The Vital Center

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First edition (publ. Houghton Mifflin)
Cover design by Samuel Hanks Bryant

The Vital Center: The Politics of Freedom is a 1949 book by Harvard historian Arthur Schlesinger, Jr. It defends liberal democracy and a state-regulated market economy against the totalitarianism of communism and fascism.

Summary[edit]

Schlesinger's argument runs as follows: modern man has been detached from his moorings by capitalism and technology. Searching for a new solidarity, he finds this in communism, but it has been really a totalitarian military dictatorship run by the Communist Party since Lenin "exposed Marxist socialism to the play of... influences which divested it of its libertarian elements."[1] Instead of this totalitarian road, a strong and interventionist liberalism is needed, New Deal-style, in the tradition of American leadership in the liberal world order and of the national reforms of Franklin and Theodore Roosevelt. This would be practical and anti-utopian, and would "restore the balance between individual and community."[2]

Academic Freedom[edit]

Schlesinger writes:

The deeper issue is the freedom of the teacher to teach his subject according to his most responsible understanding of it, and not according to the ukase of a board of trustees, a legislature, a political party, or a foreign country.[3]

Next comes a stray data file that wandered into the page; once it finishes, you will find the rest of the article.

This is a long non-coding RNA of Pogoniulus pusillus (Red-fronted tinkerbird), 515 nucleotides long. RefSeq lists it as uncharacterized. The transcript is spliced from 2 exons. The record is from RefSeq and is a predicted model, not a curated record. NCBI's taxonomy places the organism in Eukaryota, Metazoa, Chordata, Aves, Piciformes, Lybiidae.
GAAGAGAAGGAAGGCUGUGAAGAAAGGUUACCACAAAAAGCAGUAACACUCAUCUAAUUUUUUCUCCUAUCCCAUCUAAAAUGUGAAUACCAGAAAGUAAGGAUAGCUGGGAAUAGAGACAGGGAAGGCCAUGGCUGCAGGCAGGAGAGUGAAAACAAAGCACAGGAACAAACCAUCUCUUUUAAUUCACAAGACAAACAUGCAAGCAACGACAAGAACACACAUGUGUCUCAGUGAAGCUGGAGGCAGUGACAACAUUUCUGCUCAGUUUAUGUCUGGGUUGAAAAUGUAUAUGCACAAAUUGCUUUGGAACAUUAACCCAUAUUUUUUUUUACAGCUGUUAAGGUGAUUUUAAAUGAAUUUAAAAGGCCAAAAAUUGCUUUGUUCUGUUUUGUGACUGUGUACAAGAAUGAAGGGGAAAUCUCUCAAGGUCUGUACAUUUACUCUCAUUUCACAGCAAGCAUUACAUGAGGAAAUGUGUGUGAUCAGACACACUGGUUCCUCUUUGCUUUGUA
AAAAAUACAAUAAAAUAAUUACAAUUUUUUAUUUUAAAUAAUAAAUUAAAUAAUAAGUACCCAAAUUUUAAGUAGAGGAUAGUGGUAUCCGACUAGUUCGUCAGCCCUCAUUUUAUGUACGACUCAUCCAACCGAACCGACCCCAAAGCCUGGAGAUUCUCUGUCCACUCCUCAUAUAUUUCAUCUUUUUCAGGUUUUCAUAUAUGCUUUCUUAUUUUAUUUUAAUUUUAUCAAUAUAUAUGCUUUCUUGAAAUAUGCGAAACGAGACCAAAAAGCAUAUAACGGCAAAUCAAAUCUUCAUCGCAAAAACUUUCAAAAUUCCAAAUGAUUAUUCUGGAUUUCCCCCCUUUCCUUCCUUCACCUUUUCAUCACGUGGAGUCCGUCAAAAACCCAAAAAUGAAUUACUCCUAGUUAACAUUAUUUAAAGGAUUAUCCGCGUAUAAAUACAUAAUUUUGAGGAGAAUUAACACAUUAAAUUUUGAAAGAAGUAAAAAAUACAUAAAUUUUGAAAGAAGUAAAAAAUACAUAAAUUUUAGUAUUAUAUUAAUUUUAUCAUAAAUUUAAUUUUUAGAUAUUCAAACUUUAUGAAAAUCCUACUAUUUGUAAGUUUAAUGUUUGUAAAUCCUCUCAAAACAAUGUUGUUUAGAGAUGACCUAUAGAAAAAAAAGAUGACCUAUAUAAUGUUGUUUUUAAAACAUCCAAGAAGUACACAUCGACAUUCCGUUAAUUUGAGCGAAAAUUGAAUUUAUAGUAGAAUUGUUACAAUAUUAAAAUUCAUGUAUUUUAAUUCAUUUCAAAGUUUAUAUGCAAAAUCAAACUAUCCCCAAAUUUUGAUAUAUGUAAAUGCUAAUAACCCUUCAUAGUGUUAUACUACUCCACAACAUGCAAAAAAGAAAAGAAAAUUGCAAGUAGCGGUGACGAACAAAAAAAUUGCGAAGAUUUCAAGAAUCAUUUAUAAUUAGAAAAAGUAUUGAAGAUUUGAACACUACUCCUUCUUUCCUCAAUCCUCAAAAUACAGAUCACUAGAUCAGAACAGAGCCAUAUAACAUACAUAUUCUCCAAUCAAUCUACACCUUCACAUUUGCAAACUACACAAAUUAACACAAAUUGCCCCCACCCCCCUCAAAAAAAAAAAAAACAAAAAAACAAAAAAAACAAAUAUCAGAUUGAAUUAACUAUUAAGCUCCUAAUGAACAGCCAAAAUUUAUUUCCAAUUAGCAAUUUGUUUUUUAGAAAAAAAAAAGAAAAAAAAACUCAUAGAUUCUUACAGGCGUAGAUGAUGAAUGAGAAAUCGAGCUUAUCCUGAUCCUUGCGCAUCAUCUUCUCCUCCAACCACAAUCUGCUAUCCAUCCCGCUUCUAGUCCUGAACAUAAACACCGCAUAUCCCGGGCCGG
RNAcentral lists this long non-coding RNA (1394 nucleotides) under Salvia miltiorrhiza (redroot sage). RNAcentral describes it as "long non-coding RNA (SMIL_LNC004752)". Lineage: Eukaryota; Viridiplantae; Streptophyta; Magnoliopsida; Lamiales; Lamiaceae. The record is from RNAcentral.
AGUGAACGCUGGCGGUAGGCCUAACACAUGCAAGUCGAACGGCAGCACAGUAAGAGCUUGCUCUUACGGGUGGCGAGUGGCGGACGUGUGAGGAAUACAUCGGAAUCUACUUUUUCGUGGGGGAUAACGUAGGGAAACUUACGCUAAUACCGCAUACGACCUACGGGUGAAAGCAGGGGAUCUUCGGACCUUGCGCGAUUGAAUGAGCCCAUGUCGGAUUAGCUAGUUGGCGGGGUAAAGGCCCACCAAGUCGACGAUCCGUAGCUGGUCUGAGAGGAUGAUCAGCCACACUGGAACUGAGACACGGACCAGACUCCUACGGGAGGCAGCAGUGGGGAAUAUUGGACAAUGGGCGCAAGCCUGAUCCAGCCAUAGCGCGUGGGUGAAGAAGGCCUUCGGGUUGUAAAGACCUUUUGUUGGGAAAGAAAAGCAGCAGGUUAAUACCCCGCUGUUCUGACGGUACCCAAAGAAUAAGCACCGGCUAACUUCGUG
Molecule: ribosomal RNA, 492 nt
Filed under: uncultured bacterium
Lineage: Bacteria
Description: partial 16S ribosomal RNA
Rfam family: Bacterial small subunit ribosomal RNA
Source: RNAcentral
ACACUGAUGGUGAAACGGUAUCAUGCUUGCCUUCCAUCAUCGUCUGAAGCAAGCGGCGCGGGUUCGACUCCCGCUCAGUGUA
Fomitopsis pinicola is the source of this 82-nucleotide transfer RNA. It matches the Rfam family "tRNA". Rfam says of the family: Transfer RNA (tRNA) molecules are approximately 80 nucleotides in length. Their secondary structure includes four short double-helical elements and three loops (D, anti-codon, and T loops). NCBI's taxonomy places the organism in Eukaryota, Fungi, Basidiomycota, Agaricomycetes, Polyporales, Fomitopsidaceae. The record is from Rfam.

He also stated that "unmolested inquiry is essential." He cites Harvard University president James Bryant Conant: "A free society must dedicate itself to the protection of the unpopular view."[3]

Editions[edit]

  • The Vital Center: The Politics of Freedom. Boston: Houghton Mifflin. 1949.
  • The Vital Center: The Politics of Freedom. New Brunswick: Transaction Publishers. 1998. ISBN 1-56000-989-6.

Sources[edit]

  1. ^ The Vital Center: The Politics of Freedom. New Brunswick: Transaction Publishers. 1998. p. 64. ISBN 1-56000-989-6.
  2. ^ Richard Seymour, The Liberal Defense of Murder (London 2008), p. 122.
  3. ^ a b Schlesinger, Jr., Arthur M. (1949). The Vital Center: The Politics of Freedom. Houghton Mifflin. p. 208. Retrieved 2 September 2018.